ViiV Healthcare, the global specialist HIV company majority-owned by GSK, with Pfizer Inc. and Shionogi Limited as shareholders, today announced positive Week 48 results from its phase III TANGO study.
The TANGO study was conducted to assess whether adults living with HIV-1 who had maintained viral suppression for at least six months on a tenofovir alafenamide fumarate (TAF)-containing regimen of at least three drugs, were able to maintain similar rates of viral suppression after switching to the 2-drug regimen (2DR) of dolutegravir plus lamivudine in a fixed dose combination, compared to continuing the TAF-containing regimen.
The study met its primary endpoint for non-inferiority, based on the proportion of participants with plasma HIV-1 RNA ≥50 copies per millilitre (c/mL) using the FDA Snapshot algorithm at Week 48. No patients met confirmed virologic withdrawal criteria or developed treatment resistance in the dolutegravir plus lamivudine arm of the study. The safety results for the 2DR of dolutegravir plus lamivudine were consistent with the product labelling for the medicines.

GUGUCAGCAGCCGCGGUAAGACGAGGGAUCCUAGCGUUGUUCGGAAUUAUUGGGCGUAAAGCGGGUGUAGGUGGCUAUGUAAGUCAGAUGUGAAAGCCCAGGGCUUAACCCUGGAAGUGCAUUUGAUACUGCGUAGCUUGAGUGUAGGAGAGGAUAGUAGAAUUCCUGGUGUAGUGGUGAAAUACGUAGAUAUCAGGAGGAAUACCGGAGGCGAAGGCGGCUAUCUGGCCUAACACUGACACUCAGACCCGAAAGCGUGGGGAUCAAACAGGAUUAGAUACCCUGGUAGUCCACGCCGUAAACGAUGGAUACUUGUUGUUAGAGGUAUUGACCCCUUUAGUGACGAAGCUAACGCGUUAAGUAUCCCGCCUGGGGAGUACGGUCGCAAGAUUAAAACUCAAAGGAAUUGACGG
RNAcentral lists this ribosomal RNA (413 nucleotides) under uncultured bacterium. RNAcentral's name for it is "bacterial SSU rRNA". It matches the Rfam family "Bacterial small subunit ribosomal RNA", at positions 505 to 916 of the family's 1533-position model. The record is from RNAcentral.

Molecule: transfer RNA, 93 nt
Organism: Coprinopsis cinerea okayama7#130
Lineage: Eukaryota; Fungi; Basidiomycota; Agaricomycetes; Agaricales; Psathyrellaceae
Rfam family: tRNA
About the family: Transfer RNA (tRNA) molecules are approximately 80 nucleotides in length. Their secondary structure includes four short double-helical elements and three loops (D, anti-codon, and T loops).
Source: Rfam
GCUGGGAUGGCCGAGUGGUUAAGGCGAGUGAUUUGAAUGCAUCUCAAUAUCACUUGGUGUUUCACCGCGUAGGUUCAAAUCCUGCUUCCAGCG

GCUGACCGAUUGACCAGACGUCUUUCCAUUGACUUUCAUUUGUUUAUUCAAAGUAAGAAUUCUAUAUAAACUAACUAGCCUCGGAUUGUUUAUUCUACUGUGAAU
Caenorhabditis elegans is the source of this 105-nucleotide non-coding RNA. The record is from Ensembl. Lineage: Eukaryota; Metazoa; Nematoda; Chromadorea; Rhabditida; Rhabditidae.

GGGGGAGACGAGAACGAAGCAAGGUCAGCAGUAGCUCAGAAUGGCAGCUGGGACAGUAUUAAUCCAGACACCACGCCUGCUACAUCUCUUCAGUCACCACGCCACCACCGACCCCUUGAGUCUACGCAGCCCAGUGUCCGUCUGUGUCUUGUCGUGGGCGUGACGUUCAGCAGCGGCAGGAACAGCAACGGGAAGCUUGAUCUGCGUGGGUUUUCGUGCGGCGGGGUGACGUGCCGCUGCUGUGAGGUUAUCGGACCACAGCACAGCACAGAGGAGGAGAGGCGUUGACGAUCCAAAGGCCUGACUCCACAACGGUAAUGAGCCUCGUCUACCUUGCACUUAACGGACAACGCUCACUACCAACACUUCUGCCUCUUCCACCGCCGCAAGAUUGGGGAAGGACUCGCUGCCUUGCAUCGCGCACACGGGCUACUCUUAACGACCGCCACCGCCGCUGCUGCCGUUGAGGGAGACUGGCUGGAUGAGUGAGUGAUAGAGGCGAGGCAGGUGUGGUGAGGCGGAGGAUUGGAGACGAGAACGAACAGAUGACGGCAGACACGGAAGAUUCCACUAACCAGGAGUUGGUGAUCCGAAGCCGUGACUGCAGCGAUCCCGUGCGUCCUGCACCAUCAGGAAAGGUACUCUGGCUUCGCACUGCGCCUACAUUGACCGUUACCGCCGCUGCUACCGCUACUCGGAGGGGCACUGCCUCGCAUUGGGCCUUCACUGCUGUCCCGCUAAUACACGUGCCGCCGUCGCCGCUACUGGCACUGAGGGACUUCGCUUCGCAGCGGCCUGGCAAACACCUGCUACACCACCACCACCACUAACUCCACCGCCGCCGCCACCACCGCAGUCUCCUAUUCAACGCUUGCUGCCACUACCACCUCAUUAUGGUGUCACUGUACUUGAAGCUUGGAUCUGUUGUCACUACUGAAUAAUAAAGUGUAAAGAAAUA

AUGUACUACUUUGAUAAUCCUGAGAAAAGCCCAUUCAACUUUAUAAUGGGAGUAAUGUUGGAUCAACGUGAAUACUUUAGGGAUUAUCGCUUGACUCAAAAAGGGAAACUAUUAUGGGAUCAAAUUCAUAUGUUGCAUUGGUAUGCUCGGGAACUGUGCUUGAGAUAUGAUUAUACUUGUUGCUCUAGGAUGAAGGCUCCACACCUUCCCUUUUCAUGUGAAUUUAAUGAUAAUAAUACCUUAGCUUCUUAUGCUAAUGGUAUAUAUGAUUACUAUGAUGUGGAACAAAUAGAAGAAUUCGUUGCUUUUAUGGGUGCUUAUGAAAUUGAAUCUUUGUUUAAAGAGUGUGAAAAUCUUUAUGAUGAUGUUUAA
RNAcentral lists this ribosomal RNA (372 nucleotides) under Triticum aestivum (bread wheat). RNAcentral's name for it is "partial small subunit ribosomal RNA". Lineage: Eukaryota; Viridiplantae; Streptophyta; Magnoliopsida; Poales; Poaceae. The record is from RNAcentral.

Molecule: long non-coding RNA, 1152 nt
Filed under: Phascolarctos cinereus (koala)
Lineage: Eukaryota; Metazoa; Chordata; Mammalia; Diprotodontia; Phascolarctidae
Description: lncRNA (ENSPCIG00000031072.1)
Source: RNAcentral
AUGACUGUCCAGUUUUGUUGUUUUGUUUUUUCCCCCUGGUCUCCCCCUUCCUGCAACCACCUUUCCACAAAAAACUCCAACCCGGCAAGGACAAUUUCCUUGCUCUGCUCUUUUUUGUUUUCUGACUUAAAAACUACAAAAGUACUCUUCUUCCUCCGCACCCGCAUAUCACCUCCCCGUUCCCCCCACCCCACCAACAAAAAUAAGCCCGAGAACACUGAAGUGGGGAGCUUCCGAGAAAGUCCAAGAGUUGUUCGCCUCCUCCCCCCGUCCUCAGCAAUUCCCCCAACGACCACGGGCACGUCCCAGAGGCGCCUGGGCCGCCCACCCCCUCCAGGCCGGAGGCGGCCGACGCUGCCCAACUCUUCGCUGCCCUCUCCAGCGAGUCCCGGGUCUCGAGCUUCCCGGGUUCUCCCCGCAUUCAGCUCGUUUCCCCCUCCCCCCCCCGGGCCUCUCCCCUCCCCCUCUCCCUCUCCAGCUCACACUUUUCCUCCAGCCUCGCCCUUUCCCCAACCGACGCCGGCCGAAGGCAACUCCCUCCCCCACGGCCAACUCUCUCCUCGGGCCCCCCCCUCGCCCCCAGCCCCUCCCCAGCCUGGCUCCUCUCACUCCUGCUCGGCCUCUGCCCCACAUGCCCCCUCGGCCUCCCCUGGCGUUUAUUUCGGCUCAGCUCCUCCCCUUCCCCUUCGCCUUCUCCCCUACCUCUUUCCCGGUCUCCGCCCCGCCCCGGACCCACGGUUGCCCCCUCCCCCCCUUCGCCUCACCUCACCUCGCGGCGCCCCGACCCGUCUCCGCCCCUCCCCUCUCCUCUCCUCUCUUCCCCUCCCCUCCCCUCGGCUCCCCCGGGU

Full results from the study will be presented at the 10th International AIDS Society Conference on HIV Science (IAS 2019), to be held from 21-24 July in Mexico City.
Kimberly Smith, M.D., Head of Global Research & Medical Strategy at ViiV Healthcare, said: “When we developed the TANGO study, we asked if virally suppressed people living with HIV could reduce the number of medicines in their HIV treatment regimen while maintaining viral suppression. These Week 48 data clearly indicate that they can – individuals who are already on treatment can maintain viral suppression if they switch from a 3-drug, TAF-containing regimen to a 2-drug regimen of dolutegravir plus lamivudine.”
The single-pill, 2DR of dolutegravir plus lamivudine, was authorised in the United States earlier this year for the treatment of HIV-1 infection in adults with no antiretroviral treatment (ARV) history and with no known resistance to either dolutegravir or lamivudine. It was also authorised in Europe in July 2019 for the treatment of HIV-1 infection in adults and adolescents above 12 years of age weighing at least 40 kg, with no known or suspected resistance to the integrase inhibitor (INI) class, or lamivudine.
Source: Company Press Release